(Previously known as the Animal Use and Care Committee – AUCC)
Welcome to the website of the AEC, a subcommittee of the Committee for Research Ethics and Integrity of the University of Pretoria, which reports to its Senate Committee for Research. All the faculties of UP involved in research for which experimental animals are used are represented on the AEC, i.e. Veterinary Science, Health Sciences and Natural and Agricultural Sciences. In addition the UP Biomedical Research Centre (UPBRC), the Law Faculty and the National SPCA are represented, the latter as representative of the public and of animal welfare organizations. The mandate of the AEC is to ensure that the use of experimental animals is necessary, that the number of animals used is reduced to a minimum, that unnecessary suffering of the animals is excluded and their well-being ensured and that the National Code of welfare standards for each species is maintained. A secondary goal is to protect the university and its faculties as well as the researchers from possible legal action. In order to achieve these goals all projects involving experimental animals have to be submitted to and approved by the AEC before it may proceed. Similarly, the use of animals for teaching purposes is also screened and approved on an annual basis.
Following legal advice, the Senate Committee for Research Ethics decided that all studies involving animals, even purely observational studies on wild animals, for example, must be approved by the AEC. We therefore included the collection of nasal and pharyngeal swabs in our latest version of the questionnaire, for example. We also have to approve studies where blood or other samples are used which have been collected during previous studies. According to international guidelines, ethical approval is required for studies using specimens from a bio-bank or previously stored samples
Utilization of the UPBRC
In 2002 the University of Pretoria approved the establishment of its Biomedical Research Centre at the Onderstepoort Campus as a centralized facility for research involving experimental animals. The mandate of the Centre includes the following:
The provision of facilities for experimental animals that meet the highest international standards.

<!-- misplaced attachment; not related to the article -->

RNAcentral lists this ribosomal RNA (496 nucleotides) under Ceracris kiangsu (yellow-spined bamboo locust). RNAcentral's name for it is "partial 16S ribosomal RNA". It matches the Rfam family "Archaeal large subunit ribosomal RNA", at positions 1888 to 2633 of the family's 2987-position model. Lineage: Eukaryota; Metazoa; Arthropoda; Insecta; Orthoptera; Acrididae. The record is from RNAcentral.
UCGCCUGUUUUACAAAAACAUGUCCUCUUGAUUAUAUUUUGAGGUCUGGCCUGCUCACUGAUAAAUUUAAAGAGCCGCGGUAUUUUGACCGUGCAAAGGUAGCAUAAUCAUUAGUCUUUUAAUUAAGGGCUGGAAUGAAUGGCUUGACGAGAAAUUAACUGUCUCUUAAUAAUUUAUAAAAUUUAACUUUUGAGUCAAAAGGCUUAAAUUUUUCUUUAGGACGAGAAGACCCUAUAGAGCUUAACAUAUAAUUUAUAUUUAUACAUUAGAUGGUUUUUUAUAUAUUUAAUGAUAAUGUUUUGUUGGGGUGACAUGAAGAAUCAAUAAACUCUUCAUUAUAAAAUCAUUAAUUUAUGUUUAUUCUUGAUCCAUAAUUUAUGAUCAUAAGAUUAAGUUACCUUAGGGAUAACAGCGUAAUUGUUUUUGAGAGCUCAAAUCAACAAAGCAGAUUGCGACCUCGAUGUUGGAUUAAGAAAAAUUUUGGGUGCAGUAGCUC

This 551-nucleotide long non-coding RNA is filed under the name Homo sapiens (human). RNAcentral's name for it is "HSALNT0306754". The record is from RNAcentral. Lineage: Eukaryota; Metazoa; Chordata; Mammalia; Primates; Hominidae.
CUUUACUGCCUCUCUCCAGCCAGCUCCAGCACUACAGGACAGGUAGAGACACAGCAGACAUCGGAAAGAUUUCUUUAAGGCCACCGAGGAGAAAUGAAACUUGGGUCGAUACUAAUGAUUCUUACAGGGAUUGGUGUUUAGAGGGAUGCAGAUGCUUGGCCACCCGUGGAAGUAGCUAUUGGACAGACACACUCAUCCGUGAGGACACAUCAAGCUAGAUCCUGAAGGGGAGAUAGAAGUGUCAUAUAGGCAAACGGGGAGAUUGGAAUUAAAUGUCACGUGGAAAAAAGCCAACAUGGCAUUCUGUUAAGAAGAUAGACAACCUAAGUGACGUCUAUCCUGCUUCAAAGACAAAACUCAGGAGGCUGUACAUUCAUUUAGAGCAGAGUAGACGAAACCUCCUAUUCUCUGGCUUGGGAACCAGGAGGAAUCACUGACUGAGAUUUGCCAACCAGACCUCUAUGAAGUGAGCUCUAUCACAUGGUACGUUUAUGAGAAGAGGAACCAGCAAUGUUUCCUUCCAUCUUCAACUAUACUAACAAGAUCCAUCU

The training of specialized professional and technical staff who can assist and supervise researchers in carrying out approved research projects involving experimental animals.
Assuring that all ethical and legal requirements for the care and use of experimental animals, as set out in the National Standard, are met, thus protecting both the researcher and the University against possible legal actions.
The improvement of the general standard of animal experimentation and ensuring that animal use is justified.
Utilization of the UPBRC facilities
Establishment of the UPBRC was preceded by extensive negotiations between the faculties involved. Agreement was reached that in order to meet the above requirements, and to justify the considerable investment by the university, it was essential that its facilities should be used whenever possible.
Consequently the Grové Animal Centre at the Faculty of Health Sciences and various other small animal housing units were closed down and all experimental procedures which involves animals and which will benefit man or other animals must be done at the UPBRC. However, the following exceptions to this rule were agreed upon:
Where animals are used for teaching purposes they may be housed at the relevant department, provided that adequate housing and qualified staff are available and have been approved by the AEC.
When animals are studied for their own benefit, as in the case of the Zoology Department, it can be done at their own specialized facilities after inspection and approval by the AEC. The same applies to studies on farm animals at the ‘proefplaas’ and on wildlife by the Mammal Research Institute.
When facilities outside the University are used, they need to be approved by the AEC and/or the NSPCA and in some cases by DAFF.
Getting books to our learners by adopting African solutions - 23/04/2014
The biggest challenge facing South African readers is access to books. For everyday South Africans, loading digital texts onto smartphones or tablets isn't a viable solution. You might have heard the saying that we should use African solutions to solve African problems. In this piece, I write about three organisations — Paperight, Siyavula and Worldreader — that offer practical and context-relevant ways of getting books into the hands of South African learners.
UP Architecture graduate wins prestigious national award - 22/04/2014
Heidi van Eeden, a University of Pretoria alumna, was announced as the overall winner of the 27th National Corobrik Architectural Student of the Year award. This is the seventh time that a U.P. student has won this prestigious award. Previous winners were Braam de Villiers (1994), Christiaan van Niekerk (2002), Gerald Schulz (2004), Cillié Malan (2005), Marinda Smalberger (2007) and Clifford Gouws (2012).
The world beyond 2015 - is higher education ready? - 17/04/2014
"We are very good at communicating to a scholarly audience, but one of our challenges is how to transfer that information to a broader audience, in other words the general public. There is definitely room for us [universities] to do more of that." This was the response of Prof Cheryl de la Rey, Vice-Chancellor and Principal of the University of Pretoria (UP), to one of the questions posed by the Association of Commonwealth Universities (ACU) as part of a new international campaign.